Yale selects Matthew Mendelsohn ’07 to lead its Investments Office
Mendelsohn will succeed David Swensen GRD ’80, who had served as Mendelsohn’s mentor since 2007.
Dan Renzetti / Yale News
After an international search, Matthew Mendelsohn ’07 will succeed David Swensen Ph.D ’80 as Chief Investment Officer and steward the second-largest university endowment in the nation.
Mendelsohn joined the Investments Office in 2007 as one of Swensen’s protégés. He most recently oversaw Yale’s venture capital investments, which comprise more than a quarter of the endowment.
The University began the search for Swensen’s successor in May, when the pioneering investor died after a nine-year battle with cancer. A seven-member search committee conducted an international search before ultimately deciding on an internal candidate. Mendelsohn will assume the helm of Yale’s endowment on Sept. 1.
“With Matt, it boils down to his having a rare combination of qualities: extremely high talent, a superb work ethic, impeccable ethics, deep experience in the Yale Investments Office, a natural ability to lead, and strong personal ties to Yale dating back to his undergraduate days,” University President Peter Salovey wrote in an email to the News.
Under Mendelsohn’s leadership, Yale’s venture capital portfolio has returned an annual average of 21.6 percent over the past decade, far above the S&P 500 and relevant private equity benchmarks. He also helped manage Yale’s domestic and foreign equities, absolute return and natural resources asset classes, Salovey wrote in an email to the Yale community. Under Swensen, Mendelsohn worked with Yale’s external managers. He also co-taught an endowment management course at Yale’s School of Management from 2013 to 2018.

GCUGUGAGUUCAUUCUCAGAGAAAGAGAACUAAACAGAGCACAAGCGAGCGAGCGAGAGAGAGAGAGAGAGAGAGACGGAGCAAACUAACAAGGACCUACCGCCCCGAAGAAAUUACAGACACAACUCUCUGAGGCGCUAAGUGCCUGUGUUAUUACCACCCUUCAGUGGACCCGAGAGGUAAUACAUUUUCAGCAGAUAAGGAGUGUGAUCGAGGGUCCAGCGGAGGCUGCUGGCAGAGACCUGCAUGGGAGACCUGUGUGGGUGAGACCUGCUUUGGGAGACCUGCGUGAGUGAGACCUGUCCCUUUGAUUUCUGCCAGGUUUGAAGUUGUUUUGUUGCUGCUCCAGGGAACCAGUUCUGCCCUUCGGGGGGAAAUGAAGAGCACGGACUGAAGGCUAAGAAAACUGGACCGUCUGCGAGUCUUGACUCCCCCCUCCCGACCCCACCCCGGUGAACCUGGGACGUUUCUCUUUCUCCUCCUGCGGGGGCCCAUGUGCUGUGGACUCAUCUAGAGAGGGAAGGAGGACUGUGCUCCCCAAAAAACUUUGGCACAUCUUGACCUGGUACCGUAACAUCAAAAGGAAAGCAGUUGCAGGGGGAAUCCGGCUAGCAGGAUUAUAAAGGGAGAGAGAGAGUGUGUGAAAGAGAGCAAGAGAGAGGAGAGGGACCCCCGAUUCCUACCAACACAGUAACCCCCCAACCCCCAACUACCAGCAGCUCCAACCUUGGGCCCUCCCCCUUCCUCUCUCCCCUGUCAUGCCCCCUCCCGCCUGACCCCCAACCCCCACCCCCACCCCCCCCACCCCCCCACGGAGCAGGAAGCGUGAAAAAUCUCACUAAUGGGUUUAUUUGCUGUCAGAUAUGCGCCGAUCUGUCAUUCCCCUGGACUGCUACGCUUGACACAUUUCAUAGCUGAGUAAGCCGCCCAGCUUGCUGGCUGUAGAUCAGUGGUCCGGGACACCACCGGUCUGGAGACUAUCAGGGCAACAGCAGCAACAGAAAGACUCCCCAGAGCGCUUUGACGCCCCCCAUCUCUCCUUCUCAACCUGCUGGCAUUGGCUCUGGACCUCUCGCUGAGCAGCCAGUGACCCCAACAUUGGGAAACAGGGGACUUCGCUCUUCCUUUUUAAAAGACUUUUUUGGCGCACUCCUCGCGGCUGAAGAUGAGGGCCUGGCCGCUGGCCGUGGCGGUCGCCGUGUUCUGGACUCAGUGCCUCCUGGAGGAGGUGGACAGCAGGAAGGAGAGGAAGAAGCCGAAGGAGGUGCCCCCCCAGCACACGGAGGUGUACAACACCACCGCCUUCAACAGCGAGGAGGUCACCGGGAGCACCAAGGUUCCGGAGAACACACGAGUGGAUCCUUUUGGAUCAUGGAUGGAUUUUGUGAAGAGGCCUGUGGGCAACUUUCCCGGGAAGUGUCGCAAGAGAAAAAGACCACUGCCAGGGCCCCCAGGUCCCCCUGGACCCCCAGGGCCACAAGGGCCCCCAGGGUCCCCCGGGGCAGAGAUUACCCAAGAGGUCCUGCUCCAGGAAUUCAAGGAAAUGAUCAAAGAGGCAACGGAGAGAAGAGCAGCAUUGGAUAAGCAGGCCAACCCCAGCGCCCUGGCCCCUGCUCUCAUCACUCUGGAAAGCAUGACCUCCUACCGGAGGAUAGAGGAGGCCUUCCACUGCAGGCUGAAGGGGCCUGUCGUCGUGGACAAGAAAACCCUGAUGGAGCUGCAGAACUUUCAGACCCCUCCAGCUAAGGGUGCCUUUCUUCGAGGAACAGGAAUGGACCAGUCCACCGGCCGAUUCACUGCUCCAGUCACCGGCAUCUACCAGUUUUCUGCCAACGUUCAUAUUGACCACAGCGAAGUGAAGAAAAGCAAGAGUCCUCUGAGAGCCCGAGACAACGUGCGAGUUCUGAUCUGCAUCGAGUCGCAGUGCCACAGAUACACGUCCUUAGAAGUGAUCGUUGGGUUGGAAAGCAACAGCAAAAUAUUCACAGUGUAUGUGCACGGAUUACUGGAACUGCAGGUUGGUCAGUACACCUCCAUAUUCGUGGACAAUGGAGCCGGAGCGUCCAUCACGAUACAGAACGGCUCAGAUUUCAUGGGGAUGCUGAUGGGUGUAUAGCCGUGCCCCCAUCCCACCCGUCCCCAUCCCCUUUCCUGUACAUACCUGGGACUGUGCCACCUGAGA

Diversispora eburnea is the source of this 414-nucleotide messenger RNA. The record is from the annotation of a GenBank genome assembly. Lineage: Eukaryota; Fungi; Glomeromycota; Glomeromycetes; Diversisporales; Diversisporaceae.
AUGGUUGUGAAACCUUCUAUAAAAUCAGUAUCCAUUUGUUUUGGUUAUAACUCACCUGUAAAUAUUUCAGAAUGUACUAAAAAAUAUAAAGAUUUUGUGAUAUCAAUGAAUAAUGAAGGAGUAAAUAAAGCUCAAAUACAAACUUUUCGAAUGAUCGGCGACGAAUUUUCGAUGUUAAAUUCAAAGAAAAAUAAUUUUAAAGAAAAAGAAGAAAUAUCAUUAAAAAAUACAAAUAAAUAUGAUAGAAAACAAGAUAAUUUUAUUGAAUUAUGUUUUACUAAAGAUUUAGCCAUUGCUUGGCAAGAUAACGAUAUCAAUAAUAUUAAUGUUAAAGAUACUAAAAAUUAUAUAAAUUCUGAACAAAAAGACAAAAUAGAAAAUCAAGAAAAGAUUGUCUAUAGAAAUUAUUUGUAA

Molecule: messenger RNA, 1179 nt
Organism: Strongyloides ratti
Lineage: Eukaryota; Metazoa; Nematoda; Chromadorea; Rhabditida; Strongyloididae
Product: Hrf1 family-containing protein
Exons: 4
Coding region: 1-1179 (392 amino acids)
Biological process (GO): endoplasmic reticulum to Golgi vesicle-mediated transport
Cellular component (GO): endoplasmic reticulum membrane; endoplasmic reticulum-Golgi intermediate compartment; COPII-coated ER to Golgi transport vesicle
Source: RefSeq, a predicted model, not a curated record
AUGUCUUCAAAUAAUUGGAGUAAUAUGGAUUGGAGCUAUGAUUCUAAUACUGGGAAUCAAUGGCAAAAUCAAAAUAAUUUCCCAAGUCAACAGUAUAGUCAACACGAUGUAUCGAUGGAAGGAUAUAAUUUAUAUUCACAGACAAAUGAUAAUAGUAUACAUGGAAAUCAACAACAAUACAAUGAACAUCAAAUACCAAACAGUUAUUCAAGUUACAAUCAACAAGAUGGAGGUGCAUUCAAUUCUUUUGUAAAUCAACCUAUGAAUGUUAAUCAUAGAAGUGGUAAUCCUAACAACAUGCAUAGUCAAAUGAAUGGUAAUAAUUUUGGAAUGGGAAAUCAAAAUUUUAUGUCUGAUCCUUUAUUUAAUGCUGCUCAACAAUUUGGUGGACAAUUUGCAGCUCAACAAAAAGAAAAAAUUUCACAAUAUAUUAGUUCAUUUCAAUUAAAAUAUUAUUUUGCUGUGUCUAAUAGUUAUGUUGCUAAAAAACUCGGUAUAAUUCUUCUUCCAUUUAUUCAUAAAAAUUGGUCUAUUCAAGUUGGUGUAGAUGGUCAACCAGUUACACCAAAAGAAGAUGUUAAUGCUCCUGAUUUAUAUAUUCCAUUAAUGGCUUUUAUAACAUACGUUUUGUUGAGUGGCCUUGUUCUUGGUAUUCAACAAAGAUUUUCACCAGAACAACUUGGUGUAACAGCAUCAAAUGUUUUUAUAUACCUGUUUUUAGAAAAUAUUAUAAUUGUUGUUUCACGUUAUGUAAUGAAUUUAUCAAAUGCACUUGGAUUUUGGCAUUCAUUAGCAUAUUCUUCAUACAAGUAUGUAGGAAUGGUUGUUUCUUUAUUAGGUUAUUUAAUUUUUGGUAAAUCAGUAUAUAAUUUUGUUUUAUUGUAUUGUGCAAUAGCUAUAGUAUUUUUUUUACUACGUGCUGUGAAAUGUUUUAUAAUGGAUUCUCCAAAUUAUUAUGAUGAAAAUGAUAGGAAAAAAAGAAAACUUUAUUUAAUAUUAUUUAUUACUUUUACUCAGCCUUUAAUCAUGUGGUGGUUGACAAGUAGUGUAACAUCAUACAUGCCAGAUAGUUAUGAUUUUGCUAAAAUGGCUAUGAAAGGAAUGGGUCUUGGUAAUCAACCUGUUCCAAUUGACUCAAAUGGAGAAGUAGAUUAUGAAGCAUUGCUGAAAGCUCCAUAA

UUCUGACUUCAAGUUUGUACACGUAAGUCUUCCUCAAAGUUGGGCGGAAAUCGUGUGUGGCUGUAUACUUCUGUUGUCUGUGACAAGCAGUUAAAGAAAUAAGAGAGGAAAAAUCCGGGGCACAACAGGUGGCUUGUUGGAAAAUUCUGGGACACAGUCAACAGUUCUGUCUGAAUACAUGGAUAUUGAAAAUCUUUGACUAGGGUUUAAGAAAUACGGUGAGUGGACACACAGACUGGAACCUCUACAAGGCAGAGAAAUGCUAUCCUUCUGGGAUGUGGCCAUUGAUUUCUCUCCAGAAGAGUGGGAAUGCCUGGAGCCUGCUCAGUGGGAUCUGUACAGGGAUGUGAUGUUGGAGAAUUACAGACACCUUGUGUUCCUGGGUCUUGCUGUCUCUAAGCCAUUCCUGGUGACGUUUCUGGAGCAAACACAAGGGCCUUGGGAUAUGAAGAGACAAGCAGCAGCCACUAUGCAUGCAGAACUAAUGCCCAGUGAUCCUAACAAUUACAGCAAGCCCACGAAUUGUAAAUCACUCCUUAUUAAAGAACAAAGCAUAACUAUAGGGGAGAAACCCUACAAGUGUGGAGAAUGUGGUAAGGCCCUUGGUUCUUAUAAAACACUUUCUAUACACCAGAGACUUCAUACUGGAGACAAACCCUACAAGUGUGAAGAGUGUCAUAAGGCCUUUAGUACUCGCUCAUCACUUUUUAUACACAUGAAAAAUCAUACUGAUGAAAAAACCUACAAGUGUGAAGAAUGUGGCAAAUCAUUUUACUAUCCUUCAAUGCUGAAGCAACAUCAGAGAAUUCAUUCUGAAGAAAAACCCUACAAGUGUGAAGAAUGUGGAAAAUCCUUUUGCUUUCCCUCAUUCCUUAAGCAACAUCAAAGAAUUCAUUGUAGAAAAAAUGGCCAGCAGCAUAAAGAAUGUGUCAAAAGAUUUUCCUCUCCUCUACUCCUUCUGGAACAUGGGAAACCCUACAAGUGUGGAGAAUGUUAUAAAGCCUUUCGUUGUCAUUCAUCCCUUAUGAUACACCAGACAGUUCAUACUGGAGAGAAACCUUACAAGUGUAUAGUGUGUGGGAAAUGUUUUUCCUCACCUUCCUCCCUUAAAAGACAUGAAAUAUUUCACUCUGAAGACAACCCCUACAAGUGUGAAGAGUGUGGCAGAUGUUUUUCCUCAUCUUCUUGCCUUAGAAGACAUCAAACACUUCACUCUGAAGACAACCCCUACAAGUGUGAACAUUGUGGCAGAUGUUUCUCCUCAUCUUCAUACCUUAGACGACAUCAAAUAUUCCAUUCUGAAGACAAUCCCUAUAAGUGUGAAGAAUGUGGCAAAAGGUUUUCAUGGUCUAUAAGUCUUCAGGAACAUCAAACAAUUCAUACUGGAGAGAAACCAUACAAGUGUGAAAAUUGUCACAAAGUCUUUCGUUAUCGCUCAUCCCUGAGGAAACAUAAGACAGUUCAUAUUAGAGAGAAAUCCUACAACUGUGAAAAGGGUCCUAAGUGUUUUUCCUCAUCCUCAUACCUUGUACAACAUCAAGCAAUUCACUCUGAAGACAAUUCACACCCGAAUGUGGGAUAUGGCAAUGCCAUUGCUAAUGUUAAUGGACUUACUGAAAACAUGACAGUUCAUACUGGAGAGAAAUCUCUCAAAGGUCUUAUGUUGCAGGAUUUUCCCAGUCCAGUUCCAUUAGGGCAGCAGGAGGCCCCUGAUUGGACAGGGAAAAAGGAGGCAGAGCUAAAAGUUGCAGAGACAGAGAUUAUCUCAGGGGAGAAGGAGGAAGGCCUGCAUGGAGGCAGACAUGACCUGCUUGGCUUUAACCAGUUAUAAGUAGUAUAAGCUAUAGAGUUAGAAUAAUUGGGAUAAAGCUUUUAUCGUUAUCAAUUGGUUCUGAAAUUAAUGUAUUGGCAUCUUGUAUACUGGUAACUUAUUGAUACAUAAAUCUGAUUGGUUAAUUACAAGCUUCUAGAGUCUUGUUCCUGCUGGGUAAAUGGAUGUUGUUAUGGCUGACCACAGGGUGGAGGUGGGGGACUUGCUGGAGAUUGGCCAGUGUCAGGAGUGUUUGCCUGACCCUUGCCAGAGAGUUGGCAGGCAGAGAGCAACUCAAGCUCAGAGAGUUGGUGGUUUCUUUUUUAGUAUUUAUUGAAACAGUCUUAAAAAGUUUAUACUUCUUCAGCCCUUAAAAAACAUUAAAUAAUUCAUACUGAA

As head of the endowment, Mendelsohn will have to respond to calls for more ethical investments and greater diversity within the endowment management industry. In October 2020, Swensen wrote a letter demanding that managers hire more diverse employees and claiming that Yale would do the same. In April, the University unveiled new standards for divesting from fossil fuel companies. Mendelsohn affirmed his commitment to the principles Swensen put forward, stating that the office “need[s] to do better ourselves” as well as seek diversity among its investment partners. The best ideas emerge from a “diversity of opinions, perspectives and lived experiences,” he told the News.
“Though we will evolve to face new challenges, the future will no doubt rhyme with the past as we build off of a strong foundation,” Mendelsohn wrote in a statement. “Looking ahead, we will build on the office’s longstanding allegiance to ethical investment practices and develop a diverse team of internal and external investment managers as we seek to continue Yale’s legacy of investment success.”
Swensen came to Yale in 1985, when the University had a $1 billion endowment. Over the next few decades, he diversified the portfolio — embracing venture capital and private equity — and grew the endowment to its most recent reported value: $31.2 billion as of June 2020. Mendelsohn told the News that the chief lesson he would take from Swensen’s tutelage is that investing “is all about people” — that aligning with strong partners and treating them with respect will produce good results.
“Matt has the qualities you would expect of someone mentored by David Swensen,” Benjamin Polak, economics professor and chair of the search committee, wrote in an email to the News. “That starts with integrity and a dedication to the mission of Yale. Like David, Matt is analytically rigorous and disciplined. Like David, Matt approaches each investment opportunity from first principles, and he is a great judge of character. Like David, Matt has a clear moral compass. Like David, Matt is a team builder and a mentor, an investor and a leader.”